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Welcome back to our heritage house renovation and to Carrington House, a little cottage that has seen better days but has completely captured my imagination with its history and potential.
In part one, we took a quick walk through the property after settlement and discussed some of the initial and long term challenges facing the team and I. Most pressing was the structural integrity of the property and the fact that it wasn’t habitable in its current state thanks to not only the structural instability but the contaminants, dust, dirt, pests and everything else!
As a hands on, slow renovation, my team and I will be moving into the property which means that my first task is to make the property safe. This will mean changing out some doors, making the floor safe, boarding up some spaces and sorting the eletrics to make thew property electrically safe.
I wanted to take you on a walk through the property to show you each of the spaces ‘au naturale’ and share what we need to do to each of them to get them to a standard where they can actually be used by my team and I!
The original Carrington House living space
I am assuming that this room is probably the original living space or living room of the house. We’ve got the beautiful traditional fireplace (though I’ve got no idea whether it works!) and I dare not touch the mantle as I’m not sure if it’ll stay upright!
The walls have some pretty interesting drawings on them and the floor is falling to pieces. We do have a working window for ventilation, which is great, but we also have access onto an area of the house that is not safe, weatherproof or secure, so I’m actually going to discount that access and put an external door on this room. I will also need to do a massive cleanup using a big, powerful wet and dry vacuum.
Living space two
This room is probably one of the best rooms in Carrington House. It’s already had some chipboard laid on the floor by the previous owner, the walls have been painted and clad with gyprock, and the window is working. I imagine that the chipboard is probably hiding a multitude of flooring concerns that we will need to check, but after we’ve done that, given the space a good clean and made is safe electrically, we should be able to use this as an office.
The unusable space
To be honest with you, in all my years of renovating, I’ve never seen anything like this room. The space is quite visually disturbing and also in really bad condition. The floor falls away. The skirt is coming off the walls. There’s render missing, holes through the walls into the hallway. Electrical wiring is hanging everywhere and the window doesn’t even have a frame around it, so it is a flapping pane of glass.
I spent some time yesterday just reading the walls and the stories of the children that have written on them and it’s quite distressing. I’ve made the call that I’m actually going to board this room up. I don’t feel that my staff need to see it or be exposed to it. The next time we see this room will be when I am demolishing it, and giving it a pile of love, great energy, and a beautiful new life.
The second front room
Carrington House has two front rooms with this being the second one. This room actually has a separate entrance which has a really thin, easy to kick in, front door, as well as a window that doesn’t appear to open. One of the most notable fixtures in here is that it has been battened and gyprocked. I actually think that this room was in use, but for us, it’s not safe the way it is. The floor is completely unstable and has fallen away in places.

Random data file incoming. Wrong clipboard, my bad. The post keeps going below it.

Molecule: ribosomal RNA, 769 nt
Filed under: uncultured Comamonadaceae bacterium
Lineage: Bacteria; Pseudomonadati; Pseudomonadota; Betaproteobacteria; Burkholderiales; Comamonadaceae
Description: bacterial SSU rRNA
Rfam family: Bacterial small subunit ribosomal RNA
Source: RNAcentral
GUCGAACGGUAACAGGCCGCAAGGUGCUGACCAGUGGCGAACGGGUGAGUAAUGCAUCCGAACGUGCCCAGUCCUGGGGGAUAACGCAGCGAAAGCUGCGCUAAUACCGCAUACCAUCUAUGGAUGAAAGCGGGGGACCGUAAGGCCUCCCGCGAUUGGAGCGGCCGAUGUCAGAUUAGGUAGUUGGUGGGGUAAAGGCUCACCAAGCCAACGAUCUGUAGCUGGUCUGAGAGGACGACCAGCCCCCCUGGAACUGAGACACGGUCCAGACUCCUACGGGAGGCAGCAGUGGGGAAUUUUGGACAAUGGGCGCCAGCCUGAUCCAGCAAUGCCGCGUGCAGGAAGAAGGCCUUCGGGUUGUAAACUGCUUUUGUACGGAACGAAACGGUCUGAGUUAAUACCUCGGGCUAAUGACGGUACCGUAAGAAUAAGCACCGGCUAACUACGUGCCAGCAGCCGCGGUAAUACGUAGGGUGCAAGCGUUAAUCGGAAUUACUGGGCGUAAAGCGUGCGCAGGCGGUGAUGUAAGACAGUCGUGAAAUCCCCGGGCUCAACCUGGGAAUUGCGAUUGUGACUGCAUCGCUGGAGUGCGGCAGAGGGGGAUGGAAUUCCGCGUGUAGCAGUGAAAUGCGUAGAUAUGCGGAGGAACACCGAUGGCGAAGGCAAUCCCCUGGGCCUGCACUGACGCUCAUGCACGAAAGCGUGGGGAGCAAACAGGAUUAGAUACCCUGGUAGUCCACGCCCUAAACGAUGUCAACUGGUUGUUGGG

I suspect it may have something to do with water damage as, when I first viewed this property, there was a water main just outside that had been continually leaking and this room used to have a very pungent mouldy smell. My role over the next week is to bore some holes into the floor to let some of that moisture out, vent the room as much as possible and give it a cleanup.
The front entry way
This part of the house certainly sets a statement! We have gyprock and render hanging off the walls, an old alarm system, an old veneered front door and broken security screen. The floor here is actually quite stable thanks to three levels of ply and timber. There’s also quite a bit of termite-damage. For now, I’m just going to make it electrically safe, give it a great cleanup, and then I’m just going to sit with it. I think it’s going to see a lot of traffic during the renovation and may, in fact, be one of the last spaces that we tackle.
The kitchen and dining area
This is a bit of a disaster area! At the moment, this place is beyond making safe to work in. What I’m actually going to do is clean this up a bit, make sure it is free of contaminants and structurally safe to walk through then I will shut this section off from the main house.
The bathroom and laundry
The last room is probably one of the worst areas of Carrington House; the bathroom and the toilet/laundry. This, without doubt, is unbelievably structurally unsafe. We do need to be able to use the toilet whilst we’re working here so I’ve got my builders on site today to underpin this entire floor space to make it safe to walk on. At the moment. I can’t get further in than the doorway without risking falling through the floor. It’s absolutely mind boggling how the toilet has managed to not fall through the floor when the only thing holding it up is some old rotted floorboards.
Once the floor is underpinned, I’ll be boarding up part of this section, because I really don’t want my team or anyone who visits the site to have access to it. All we’ll need to get to is the toilet when we’re in need.
There you have it! A walk through of Carrington House to give you a very clear idea of the ‘before’. Now bring on the ‘after’!
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